Thanks to: Cam Wilson + Darren Doherty for their solidarity and suggestions, and to Ryan Rutley for the pictures and his efforts throughout this project. The excavator we used was a Komatsu pc120 from A1 Earthworks in Mudgee and the driver, Micah, was awesome.
Great read, thank you for sharing!
Thanks for sharing and well done with the recovery and write-up. I noticed that a young tree has been planted near the water edge in the last photo, and I can’t quite tell where it is relative to the dam wall. The bloke who helped us with the water set-up on our place (50 years of experience … and brilliant to boot) advised us to get rid of all trees on or near the main banks of all our dams. Reason: In time the roots penetrate the bank and with more time some die and in the process create basically… Read more »
Hey Phillip – the young tree you can see is a willow, and it’s planted on the new pond, not the dam wall. It’s a good 10m from the start of the dam wall uphill from it and it’s roots will tend to the most available water source, which is the pond… very good point about trees and dam walls though! We’ve taken all the ones near our walls out…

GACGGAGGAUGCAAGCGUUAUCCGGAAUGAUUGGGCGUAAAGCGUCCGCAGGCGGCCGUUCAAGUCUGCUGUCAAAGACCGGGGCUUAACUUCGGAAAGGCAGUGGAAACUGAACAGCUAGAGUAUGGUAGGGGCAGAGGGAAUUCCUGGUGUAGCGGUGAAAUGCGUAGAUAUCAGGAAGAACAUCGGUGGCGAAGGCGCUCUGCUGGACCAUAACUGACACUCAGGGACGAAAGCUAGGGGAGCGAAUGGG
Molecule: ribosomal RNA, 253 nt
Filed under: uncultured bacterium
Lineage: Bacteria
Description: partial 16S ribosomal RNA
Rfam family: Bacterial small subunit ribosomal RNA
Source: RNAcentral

epic! you had me at the top of my seat as I read through! thanks for sharing.
Thanks for sharing, really enjoyed the post… nice to have some ideas on what to do when dam’s fail.
Thanks for sharing..it is a small piece in the jigsaw that will help me. Frank
yr welcome, that’s why we wrote it!
Reblogged this on Milkwood Intern Notebook and commented:
this is a test
> Maybe it can be of use to someone else who has difficult terrain,
It is 🙂 Thanks for sharing!
I agree with Phillip’s comment. Too many times have I see dam walls fail due to the prescence of tree roots eventually dying.
I would also be concerned about the tree stump pictured also in an earlier photo, (the one after the single pic of the sheeps foot roller) which appears to be between the dam and the pond. In time when this stump rots away there could be a risk of a water leakage tube.
Thank you so much for your blog. I enjoy reading it and I have never read a single post I didn’t learn something from. Thank you!
I am impressed with your courage to bare these mistakes to the extremely critical public. But thanks to you and Nick’s courage the rest of us might be brave enough to attempt the beginning of the small dams that all of our farms are aching to have developed one way or another, despite the constraints of money and know how. The Australian farming community will hopefully benefit from your generosity. Mary McArthur